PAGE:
An article in the Financial Times criticizes the Trump administration’s instinctive protectionism and makes many valid economic points. But it also effectively dismisses manufacturing as not particularly relevant, something which seems to be gaining traction in some popular debate in the quality press, and is simply wrong.

Consider the argument that automation has and eventually will kill off many, if not most, jobs in manufacturing. True, but manufacturing creates also many service, administrative and supporting jobs up and down the value chain. But the main thing, and what many fail to see, is that manufacturing (the art of making) is tightly integrated with design, engineering and innovation. Competitive advantage, particularly in manufacturing, is achieved through clustering, the creation of localized deep knowledge and skills pools that facilitate further knowledge exchange, accumulation, synthesis and innovation. Which, incidentally, is how emerging economies are able to evolve, climb the learning curve and eventually make better, more sophisticated products. And the breaking up of clusters can lead to hollowing out, de-industrialization and decline in advanced economies. Many jobs in the “caring professions”, which the article says is the probable future in the US, will not then arrest the decline in prosperity. Of course the answer is not protectionism. Forcing companies against economic logic to make air conditioners (or any product or component that can essentially be made anywhere) in the US will make all consumers poorer as would tariffs. But not all products are the same. Indeed some are much more challenging than others. So what would make sense is fostering the conditions for the US (or any other advanced economy) to continuously innovate and improve productivity to make the products others can’t: rockets to Mars say, a “hyperloop” system or advanced batteries and electric self-driving cars (not by coincidence are all these Elon Musk projects made in the US). For that you need R&D (science), education, infrastructure and access to global markets, i.e. competition, not to mention sophisticated finance, a credible legal system and sound governance (the trappings of an advanced economy).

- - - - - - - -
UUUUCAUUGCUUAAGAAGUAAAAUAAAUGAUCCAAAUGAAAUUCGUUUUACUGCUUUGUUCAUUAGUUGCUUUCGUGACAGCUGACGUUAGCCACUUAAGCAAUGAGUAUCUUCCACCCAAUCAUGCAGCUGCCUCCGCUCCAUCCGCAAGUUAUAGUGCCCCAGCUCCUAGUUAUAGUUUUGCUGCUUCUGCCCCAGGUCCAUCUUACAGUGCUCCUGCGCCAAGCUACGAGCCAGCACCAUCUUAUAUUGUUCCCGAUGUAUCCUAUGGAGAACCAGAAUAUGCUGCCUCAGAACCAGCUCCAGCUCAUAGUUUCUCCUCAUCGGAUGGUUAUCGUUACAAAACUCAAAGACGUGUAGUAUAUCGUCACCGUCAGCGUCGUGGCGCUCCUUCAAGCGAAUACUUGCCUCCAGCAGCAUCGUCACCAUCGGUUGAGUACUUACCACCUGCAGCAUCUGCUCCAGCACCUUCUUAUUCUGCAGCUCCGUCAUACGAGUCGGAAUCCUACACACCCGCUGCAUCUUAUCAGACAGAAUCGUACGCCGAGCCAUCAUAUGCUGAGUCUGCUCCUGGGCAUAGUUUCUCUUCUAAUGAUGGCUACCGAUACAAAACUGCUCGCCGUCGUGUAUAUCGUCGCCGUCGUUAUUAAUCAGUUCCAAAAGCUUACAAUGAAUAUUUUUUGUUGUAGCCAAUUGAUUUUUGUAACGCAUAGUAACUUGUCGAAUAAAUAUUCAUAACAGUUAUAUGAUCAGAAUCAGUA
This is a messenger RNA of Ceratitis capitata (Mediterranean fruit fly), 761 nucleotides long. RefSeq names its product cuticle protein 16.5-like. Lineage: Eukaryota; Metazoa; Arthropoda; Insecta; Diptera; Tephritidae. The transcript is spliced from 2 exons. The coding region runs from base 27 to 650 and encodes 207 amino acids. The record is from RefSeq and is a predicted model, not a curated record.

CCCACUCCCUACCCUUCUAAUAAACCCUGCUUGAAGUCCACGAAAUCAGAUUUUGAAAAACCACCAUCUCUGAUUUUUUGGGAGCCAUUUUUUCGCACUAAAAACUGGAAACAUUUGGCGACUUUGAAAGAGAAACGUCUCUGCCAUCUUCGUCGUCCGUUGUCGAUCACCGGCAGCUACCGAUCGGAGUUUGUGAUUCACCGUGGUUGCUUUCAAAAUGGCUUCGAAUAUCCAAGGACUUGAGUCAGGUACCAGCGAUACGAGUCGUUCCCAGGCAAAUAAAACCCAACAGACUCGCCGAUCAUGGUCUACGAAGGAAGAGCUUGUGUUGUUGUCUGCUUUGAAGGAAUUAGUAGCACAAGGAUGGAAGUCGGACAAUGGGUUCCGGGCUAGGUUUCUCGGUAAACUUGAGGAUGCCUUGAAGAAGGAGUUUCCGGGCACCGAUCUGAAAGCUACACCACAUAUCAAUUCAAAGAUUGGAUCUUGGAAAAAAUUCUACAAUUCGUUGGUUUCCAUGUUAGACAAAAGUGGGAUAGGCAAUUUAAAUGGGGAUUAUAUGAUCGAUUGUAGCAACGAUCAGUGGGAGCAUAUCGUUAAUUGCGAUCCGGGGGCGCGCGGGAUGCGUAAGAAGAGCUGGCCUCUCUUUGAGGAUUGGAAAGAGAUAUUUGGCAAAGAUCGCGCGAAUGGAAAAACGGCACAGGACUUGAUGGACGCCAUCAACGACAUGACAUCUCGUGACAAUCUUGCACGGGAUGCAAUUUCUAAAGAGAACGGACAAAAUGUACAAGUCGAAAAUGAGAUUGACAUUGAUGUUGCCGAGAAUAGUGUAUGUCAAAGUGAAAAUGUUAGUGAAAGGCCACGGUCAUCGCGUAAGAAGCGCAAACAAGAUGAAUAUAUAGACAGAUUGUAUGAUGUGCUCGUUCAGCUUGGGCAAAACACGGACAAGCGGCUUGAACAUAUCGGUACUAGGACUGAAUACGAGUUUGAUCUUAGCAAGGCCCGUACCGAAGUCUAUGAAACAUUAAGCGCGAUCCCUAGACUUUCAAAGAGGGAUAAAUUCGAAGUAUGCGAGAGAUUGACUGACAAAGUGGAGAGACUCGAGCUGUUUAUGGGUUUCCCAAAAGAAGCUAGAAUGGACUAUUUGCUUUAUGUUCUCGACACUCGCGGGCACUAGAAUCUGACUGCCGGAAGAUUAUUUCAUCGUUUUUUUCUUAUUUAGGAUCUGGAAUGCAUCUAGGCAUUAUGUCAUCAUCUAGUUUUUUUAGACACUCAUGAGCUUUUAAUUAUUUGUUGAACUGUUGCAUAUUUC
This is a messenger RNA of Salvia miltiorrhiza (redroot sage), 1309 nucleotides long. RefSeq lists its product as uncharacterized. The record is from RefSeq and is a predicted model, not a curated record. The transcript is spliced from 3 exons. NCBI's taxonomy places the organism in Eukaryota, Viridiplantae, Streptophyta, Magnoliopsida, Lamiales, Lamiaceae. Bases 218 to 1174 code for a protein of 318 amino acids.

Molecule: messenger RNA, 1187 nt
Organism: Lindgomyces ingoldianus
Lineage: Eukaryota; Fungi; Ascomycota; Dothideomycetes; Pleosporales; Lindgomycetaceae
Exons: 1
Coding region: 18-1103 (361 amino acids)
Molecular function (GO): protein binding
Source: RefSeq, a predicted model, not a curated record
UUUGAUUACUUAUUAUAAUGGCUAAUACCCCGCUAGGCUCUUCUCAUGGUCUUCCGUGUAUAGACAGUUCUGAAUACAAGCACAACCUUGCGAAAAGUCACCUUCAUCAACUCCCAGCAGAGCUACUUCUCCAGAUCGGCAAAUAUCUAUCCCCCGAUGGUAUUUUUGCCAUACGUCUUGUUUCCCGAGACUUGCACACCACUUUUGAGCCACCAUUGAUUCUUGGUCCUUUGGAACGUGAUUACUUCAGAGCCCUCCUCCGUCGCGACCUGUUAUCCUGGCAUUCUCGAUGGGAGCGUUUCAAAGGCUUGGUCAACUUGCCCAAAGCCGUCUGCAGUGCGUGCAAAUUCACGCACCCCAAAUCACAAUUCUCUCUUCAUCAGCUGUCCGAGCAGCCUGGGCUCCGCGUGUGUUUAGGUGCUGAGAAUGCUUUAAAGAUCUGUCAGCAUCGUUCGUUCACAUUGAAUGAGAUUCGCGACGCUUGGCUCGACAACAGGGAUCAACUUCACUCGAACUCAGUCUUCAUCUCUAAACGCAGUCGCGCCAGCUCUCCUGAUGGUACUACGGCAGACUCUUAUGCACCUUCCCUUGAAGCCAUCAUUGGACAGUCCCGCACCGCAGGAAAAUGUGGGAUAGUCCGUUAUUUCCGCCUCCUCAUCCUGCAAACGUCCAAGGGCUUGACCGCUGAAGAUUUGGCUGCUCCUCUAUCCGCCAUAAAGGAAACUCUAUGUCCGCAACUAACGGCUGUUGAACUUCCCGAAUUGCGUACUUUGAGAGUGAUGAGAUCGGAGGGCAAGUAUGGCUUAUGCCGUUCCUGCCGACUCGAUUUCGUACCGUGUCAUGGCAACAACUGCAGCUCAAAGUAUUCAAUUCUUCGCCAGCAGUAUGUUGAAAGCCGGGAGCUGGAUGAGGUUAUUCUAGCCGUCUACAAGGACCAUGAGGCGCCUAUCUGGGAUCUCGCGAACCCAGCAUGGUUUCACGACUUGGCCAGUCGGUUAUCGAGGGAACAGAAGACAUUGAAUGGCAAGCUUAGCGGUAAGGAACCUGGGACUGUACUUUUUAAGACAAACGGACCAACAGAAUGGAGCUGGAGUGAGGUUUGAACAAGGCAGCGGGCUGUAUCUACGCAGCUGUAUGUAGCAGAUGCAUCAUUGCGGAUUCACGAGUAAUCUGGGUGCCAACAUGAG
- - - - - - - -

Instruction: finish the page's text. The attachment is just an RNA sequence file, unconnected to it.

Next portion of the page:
The problem in the US is not that many jobs were outsourced to China or Mexico. That is as it should be. Rather the problem is that the US didn’t have the conditions to create enough modern “maker” jobs that would take their place. And the error of the current protectionist logic is not trying to bring back manufacturing, but trying to bring back the wrong kind of manufacturing -and note protectionism is the only way that can be successful in that. Protectionism turns people from makers into rentiers, stifles innovation and productivity, ensures stagnation and corruption and misallocates finite resources. If it takes hold it will ensure that a manufacturing renaissance never actually happens.